Phoenix-based artist Maggie Keane, who has drawn courtroom sketches from high-profile cases for 30 years, said Monday’s court appearance by accused Tucson shooter Jared Loughner was one of the most intense she has seen.
Keane was present in the U.S. District Court in Phoenix on Monday for Loughner’s initial appearance in connection to Saturday’s assassination attempt on U.S. Rep. Gabrielle Giffords that left her critically wounded, six dead including a federal judge and a 9-year-old girl, and 14 wounded.
“I haven’t seen this much intensity or sadness since Don Bolles was killed,” Keane said. “There’s just an atmosphere of such sadness.”
Bolles, a reporter for the Arizona Republic, died 11 days after his car exploded after a remote explosive device was detonated in a downtown Phoenix parking lot on June 2, 1976 in what many believed was an investigation into a land deal that involved the mafia.
More than 100 members of the media were present Monday when the 22-year-old Loughner appeared before the judge with his attorney, Judy Clark, who also represented Timothy McVeigh and Unibomber Ted Kyczinski. Keane, who was in Judge Lawrence O. Anderson’s courtroom where Loughner appeared with a shaved head, in handcuffs and shackles, drew Loughner with a smirk on his face for the CNN network since cameras or recording devices are not allowed in federal court.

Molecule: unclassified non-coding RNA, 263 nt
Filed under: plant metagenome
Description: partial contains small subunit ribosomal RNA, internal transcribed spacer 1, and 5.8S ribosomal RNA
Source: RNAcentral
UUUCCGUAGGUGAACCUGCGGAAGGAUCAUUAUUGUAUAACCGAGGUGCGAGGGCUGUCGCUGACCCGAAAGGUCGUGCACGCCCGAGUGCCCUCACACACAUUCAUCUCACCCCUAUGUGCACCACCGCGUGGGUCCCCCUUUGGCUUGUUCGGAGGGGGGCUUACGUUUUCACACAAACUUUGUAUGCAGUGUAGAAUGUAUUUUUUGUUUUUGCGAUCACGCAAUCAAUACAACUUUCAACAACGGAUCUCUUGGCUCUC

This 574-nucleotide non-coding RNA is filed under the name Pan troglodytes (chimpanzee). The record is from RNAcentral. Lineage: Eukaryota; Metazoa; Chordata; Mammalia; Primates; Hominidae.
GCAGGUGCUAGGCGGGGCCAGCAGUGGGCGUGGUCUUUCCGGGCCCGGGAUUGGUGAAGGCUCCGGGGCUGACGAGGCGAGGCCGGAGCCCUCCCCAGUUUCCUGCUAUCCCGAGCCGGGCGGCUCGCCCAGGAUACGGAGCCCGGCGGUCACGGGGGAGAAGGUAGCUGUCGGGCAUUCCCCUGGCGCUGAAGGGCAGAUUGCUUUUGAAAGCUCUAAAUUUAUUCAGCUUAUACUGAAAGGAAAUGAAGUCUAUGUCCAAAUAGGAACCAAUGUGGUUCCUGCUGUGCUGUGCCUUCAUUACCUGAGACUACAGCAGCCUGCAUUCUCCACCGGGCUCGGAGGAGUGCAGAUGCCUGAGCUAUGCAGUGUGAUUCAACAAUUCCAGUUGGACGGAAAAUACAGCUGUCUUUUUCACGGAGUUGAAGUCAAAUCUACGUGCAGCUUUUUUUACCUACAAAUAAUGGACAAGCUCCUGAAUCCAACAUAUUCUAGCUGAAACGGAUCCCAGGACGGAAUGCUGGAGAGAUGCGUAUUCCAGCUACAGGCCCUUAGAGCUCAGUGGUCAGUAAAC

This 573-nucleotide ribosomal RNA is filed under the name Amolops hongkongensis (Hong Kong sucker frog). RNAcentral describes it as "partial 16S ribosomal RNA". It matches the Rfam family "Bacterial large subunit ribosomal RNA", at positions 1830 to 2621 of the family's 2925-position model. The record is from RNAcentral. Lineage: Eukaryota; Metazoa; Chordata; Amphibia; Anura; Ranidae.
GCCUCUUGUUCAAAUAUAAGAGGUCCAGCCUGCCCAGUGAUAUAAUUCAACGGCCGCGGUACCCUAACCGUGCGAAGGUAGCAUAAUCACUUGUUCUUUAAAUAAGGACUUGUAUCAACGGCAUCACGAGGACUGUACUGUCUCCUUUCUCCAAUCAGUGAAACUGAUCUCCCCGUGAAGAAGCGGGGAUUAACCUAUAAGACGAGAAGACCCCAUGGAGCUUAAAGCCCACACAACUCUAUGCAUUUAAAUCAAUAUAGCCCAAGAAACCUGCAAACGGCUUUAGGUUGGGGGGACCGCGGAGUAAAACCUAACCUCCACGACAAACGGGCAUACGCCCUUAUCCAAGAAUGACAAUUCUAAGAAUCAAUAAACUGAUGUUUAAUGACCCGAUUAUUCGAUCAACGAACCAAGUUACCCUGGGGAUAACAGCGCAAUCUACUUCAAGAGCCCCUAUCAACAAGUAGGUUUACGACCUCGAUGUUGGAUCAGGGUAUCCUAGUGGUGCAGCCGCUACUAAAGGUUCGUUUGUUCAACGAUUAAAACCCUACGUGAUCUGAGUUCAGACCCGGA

The feeling of shock and sadness from the shooting outside a north Tucson Safeway grocery store still was apparent in front of the Sandra Day O’Connor U.S. District Court building Monday. Numerous media camera tripods were lined up as a crowd of about 20 onlookers were scattered in the patio in front of the courthouse just to see if they could catch a glimpse of Loughner or show support for the families of the victims.
Johann Bass and his wife, Christian, who live in Phoenix but had lived in Tucson, said they were at the courthouse with their 2-year-old son on Monday to show support for the victims.
“This hits close to home,” said Christian Bass. “We used to shop at that Safeway all the time. It’s scary. This is a time for all Americans to come together. This is not what our country is about.”
Kate Sivolella, who lives in downtown Phoenix and protested against the illegal immigration bill, SB 1070, said she came to the courthouse to see part of a major news event happening in her backyard.
“It’s just a sick feeling,” said Sivolella, a New Jersey native. “It’s so close to home. It’s definitely been an ugly year for Arizona. The bad part is, everybody here can carry a gun. It’s crazy.”